Did the death of Osama bin Laden end the war on terror? No. The innocents who perished in the 9/11 attacks may have been avenged, along with tens of thousands more whom Al-Qaeda targeted all over the world. And there is now closure of a sort, sealed by the president’s pronouncement that the commando raid at Abbottabad was a message to the globe that evil, of the kind bin Laden represented, would not be tolerated by the United States.
But as memories of the September 11 attacks fade, the relief Americans feel is tempered. We know that the threats continue. And we are reminded of everything we lost.
The Pakistani Taliban, the organization that took responsibility for Faisal Shahzad’s failed car-bomb attack on Times Square in May 2010, has promised reprisals against both Pakistan and America for bin Laden’s death. Al-Qaeda affiliates also are likely to see it as an opportunity and an inspiration for further acts of violence, as are lone-wolf sympathizers. One former soldier, arrested a few months ago on suspicion of plotting an attack at the Fort Hood Army base, apparently drew his inspiration from the example of Nidal Hasan, who in 2009 killed fourteen people at the base after consulting Anwar al-Awlaki, an Al-Qaeda recruiter and trainer dubbed the “bin Laden of the Internet.”
Beyond the concrete threat, there is another kind of war on terror—the terror we have felt internally since the 9/11 attacks. Experts who study the aftermath of trauma have found, in study after study, that significant reminders of past terrors reopen the original wound—not only as a memory, but also in the form of hypervigilance, dissociation, and paralyzing bodily pain. Those whose family members were killed or harmed by bin Laden’s many plots, or who witnessed Al-Qaeda’s attacks firsthand, are different people from who they were before the terrorist strikes. Their lives began anew on that day. They will never be the same. And that is why even a hoped-for event like bin Laden’s death can rekindle their loss—not just of their loved ones, but of their own former identities.
To some extent, this is true of all Americans. America, too, set out on a different course after the 9/11 attacks. We went to war in Afghanistan to defeat our attackers and overthrow those who sheltered them, and then to Iraq to prevent Saddam Hussein from using his alleged arsenal of weapons of mass destruction against us. We transformed our government structures to confront the dangers that seemed to be everywhere, both at home and abroad. We can only begin to count the costs.
Since 9/11, for instance, nearly 6,000 U.S. troops have died in the wars on terrorism. Linda Bilmes and Joseph Stiglitz have estimated that the total cost of the war in Iraq alone, including its impact on the economy, is at least $3 trillion. A study by the National Bureau of Economic Research says the cost of treating soldiers’ psychological wounds will be $1.5–$2.7 billion for combat-induced PTSD. Service members who volunteer for war know that they are at increased risk of death. But they and their families may not realize that death for service members can come in unexpected ways, including from what the military now calls “moral injury,” such as the shame that troops feel from having participated in or witnessed the death of civilians abroad. The Department of Defense reports 1,917 suicides between the years 2001 and 2009 among active-duty military personnel. For veterans, the figures are even higher. More than 6,000 veterans take their lives every year, representing about 20 percent of American suicides annually.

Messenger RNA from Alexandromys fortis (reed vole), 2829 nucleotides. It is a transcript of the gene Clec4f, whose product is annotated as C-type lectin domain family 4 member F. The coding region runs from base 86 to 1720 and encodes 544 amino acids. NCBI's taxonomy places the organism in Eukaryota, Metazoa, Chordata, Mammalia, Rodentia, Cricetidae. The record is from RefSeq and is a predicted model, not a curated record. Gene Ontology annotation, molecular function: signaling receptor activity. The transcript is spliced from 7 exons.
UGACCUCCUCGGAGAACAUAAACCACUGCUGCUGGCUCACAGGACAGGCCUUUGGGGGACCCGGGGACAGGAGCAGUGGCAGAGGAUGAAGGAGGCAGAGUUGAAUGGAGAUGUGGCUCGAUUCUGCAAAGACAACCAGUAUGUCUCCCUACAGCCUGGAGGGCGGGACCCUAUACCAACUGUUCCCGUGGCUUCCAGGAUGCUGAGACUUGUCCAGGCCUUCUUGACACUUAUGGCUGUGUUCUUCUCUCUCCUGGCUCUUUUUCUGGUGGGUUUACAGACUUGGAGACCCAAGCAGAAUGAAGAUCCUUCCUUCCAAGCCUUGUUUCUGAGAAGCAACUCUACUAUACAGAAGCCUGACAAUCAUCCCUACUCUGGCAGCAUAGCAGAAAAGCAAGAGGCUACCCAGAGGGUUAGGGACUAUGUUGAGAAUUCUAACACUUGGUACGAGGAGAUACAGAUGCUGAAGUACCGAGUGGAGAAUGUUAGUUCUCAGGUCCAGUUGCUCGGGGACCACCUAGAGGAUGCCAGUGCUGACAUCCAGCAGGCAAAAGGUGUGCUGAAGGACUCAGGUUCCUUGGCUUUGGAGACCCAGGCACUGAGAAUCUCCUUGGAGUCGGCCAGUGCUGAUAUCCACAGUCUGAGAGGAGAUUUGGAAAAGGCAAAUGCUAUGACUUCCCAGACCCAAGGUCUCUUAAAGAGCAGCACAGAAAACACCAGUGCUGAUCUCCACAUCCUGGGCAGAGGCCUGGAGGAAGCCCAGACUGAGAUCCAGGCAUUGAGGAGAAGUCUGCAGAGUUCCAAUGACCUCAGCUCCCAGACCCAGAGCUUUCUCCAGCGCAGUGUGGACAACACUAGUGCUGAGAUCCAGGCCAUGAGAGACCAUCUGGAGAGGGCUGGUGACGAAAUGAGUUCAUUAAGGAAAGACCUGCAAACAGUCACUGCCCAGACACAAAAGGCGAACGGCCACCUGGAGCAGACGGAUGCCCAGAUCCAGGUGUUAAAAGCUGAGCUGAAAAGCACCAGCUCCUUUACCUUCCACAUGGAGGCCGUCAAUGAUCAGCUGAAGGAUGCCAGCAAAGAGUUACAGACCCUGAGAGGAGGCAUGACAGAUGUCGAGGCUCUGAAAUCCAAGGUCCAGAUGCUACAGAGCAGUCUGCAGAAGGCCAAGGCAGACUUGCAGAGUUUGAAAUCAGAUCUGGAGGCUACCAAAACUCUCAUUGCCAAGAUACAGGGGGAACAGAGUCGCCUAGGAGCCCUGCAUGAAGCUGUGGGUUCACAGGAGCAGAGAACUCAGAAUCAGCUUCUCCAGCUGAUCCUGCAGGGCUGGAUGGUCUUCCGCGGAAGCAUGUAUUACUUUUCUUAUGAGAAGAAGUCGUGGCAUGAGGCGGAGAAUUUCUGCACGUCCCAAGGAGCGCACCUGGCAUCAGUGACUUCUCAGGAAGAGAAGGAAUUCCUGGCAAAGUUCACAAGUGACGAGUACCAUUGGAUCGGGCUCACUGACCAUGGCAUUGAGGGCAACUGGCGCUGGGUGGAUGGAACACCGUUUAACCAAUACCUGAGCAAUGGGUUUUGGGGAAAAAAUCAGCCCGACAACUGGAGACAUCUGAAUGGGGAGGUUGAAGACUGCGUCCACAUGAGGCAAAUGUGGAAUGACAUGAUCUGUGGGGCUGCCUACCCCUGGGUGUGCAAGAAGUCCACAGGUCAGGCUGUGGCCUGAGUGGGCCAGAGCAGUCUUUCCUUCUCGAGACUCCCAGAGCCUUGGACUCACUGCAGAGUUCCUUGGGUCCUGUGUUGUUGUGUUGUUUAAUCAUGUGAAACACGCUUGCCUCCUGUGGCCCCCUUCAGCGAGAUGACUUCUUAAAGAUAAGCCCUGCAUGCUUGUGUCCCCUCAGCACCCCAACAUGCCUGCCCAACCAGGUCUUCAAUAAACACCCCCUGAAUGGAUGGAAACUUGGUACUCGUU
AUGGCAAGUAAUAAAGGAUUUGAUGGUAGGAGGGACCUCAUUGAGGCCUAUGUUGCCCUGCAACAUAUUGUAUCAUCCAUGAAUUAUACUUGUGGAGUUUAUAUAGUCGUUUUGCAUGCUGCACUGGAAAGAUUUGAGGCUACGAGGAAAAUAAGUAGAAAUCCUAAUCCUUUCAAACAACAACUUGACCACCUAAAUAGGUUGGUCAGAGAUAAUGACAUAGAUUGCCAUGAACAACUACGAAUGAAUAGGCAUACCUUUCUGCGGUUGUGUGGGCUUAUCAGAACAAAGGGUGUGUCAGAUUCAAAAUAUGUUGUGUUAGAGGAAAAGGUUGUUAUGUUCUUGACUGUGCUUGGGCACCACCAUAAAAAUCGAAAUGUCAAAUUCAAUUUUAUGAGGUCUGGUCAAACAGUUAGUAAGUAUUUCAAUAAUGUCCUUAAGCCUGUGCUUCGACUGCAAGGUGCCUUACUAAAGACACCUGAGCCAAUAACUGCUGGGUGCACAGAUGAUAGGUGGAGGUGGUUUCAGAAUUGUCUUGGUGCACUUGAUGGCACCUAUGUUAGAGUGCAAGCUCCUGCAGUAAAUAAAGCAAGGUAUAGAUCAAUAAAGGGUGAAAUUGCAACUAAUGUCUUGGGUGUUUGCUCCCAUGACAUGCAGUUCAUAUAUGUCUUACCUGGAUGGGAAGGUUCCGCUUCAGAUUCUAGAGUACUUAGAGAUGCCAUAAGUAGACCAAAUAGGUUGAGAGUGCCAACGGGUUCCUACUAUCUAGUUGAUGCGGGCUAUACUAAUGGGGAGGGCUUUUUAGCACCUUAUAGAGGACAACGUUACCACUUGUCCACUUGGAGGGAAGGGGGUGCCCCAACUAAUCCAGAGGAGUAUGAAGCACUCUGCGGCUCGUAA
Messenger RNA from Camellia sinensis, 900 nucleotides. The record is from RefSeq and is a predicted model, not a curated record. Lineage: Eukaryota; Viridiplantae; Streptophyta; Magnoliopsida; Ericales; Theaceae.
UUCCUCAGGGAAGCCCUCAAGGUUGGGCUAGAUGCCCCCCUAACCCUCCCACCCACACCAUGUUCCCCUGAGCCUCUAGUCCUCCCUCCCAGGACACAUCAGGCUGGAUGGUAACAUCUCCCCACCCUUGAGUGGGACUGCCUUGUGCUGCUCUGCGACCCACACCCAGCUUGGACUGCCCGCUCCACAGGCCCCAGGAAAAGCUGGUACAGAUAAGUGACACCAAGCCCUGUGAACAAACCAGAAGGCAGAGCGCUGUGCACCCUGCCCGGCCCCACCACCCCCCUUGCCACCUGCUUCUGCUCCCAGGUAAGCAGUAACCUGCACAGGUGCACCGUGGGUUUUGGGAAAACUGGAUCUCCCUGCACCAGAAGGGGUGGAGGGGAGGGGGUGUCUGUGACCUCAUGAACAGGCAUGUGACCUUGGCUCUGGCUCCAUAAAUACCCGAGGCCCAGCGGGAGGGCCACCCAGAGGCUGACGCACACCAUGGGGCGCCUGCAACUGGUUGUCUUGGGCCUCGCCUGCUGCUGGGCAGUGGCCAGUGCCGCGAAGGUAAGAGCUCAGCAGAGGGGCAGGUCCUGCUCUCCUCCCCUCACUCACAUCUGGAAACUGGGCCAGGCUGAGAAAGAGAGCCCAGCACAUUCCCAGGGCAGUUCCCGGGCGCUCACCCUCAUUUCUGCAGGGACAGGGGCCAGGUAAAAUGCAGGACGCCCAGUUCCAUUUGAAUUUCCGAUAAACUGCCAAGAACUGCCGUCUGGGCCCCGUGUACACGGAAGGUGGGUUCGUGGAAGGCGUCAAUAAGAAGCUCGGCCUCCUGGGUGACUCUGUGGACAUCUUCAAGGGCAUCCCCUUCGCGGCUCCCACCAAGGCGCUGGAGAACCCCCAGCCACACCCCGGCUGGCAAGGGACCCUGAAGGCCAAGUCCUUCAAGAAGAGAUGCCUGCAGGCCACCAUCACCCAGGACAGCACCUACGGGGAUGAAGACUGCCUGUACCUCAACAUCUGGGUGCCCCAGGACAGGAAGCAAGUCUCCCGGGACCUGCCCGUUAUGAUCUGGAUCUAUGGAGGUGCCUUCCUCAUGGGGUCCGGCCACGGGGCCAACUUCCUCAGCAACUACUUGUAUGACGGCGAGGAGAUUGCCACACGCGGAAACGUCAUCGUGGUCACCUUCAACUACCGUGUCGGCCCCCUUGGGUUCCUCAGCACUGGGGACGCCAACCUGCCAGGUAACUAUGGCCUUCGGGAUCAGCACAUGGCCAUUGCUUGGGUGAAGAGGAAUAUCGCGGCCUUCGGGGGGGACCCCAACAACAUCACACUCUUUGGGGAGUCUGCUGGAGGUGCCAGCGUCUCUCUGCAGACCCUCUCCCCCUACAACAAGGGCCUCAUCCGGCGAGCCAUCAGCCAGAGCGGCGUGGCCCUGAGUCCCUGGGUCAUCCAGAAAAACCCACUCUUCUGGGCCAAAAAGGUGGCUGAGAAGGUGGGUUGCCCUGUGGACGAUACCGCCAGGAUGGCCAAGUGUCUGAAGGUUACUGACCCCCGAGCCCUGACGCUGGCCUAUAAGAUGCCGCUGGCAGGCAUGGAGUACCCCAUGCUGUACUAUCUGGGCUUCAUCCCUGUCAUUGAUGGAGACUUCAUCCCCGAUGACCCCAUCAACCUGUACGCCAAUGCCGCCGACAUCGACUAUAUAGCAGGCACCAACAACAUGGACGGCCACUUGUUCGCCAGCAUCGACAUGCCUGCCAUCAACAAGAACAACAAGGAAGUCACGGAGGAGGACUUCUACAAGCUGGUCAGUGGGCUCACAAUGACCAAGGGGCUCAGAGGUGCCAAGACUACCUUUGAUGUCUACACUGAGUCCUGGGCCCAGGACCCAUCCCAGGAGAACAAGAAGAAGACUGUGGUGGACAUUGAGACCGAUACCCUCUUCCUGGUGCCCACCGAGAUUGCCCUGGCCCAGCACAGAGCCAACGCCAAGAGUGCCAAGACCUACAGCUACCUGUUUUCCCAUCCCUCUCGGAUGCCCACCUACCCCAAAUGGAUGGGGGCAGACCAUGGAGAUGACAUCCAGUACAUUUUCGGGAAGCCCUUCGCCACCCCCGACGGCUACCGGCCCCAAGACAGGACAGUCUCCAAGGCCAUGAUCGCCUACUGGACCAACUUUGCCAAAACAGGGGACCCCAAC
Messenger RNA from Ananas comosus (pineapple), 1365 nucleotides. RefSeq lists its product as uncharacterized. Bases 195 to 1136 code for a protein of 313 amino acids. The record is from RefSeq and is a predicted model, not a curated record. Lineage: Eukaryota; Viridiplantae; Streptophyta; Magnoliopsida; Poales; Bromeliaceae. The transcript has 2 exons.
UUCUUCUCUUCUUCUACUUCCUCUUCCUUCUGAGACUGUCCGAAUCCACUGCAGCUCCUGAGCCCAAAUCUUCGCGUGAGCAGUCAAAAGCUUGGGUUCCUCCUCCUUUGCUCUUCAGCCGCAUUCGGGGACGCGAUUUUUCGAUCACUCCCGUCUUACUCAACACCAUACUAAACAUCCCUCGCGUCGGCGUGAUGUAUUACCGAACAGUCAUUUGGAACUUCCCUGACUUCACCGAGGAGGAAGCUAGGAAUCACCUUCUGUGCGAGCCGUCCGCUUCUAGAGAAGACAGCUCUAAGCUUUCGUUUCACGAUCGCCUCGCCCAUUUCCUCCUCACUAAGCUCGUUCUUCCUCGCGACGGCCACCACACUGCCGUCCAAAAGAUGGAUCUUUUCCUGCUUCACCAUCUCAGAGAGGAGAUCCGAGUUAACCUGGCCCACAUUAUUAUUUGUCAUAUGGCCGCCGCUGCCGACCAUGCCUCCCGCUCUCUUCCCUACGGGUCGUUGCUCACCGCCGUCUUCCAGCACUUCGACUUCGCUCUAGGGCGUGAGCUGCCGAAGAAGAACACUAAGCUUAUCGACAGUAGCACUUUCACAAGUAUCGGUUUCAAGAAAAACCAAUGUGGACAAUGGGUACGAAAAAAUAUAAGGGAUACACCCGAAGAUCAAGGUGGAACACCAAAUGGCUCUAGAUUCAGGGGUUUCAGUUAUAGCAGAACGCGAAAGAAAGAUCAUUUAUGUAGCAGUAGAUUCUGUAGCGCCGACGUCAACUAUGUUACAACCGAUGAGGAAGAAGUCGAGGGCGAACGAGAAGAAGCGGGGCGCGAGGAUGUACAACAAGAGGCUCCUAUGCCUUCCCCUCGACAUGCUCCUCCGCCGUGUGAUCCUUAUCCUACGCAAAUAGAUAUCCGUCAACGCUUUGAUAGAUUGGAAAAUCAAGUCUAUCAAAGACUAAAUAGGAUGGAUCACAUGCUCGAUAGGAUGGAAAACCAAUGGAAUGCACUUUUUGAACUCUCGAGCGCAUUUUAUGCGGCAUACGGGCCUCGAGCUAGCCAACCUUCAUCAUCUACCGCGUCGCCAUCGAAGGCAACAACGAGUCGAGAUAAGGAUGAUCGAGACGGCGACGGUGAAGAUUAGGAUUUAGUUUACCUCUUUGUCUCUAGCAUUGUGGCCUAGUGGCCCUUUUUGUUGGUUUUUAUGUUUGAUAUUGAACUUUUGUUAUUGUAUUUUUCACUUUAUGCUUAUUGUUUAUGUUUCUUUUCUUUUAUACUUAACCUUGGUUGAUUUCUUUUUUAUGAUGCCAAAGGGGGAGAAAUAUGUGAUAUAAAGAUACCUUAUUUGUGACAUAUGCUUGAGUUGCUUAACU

Beyond the war in Iraq, and the terrible costs imposed on service members sent abroad to defend American lives, we made compromises in our values that would have been unthinkable before 9/11. But our country and our values were under attack—we did what we had to do in order to survive, or so we thought. The nature of terrorism has made it imperative for intelligence agencies to focus on thwarting attacks before they occur, rather than just responding to them. That, in turn, has caused us to make compromises in some citizens’ civil liberties. As uneasy as we are about intrusive searches, surveillance, and the erosion of privacy and anonymity, we acquiesce. Not long ago some of us felt compelled to torture suspects, or look the other way when others practiced torture. “War is cruelty and you cannot refine it,” as General Sherman once said.
Consequentialist arguments proliferated in the bin Laden decade, and for many, they were persuasive. Nonetheless, the ethical compromises we made as a nation changed us, and every annual memorial reminds us of what we have lost.
Yes, the president was right: justice was done. And yes, we have reason to be content that this terrorist leader can do us no more harm. But bin Laden’s death, so long in coming, reminded us of how much we have sacrificed to fight the wars on terrorism. And for that, we have much to grieve.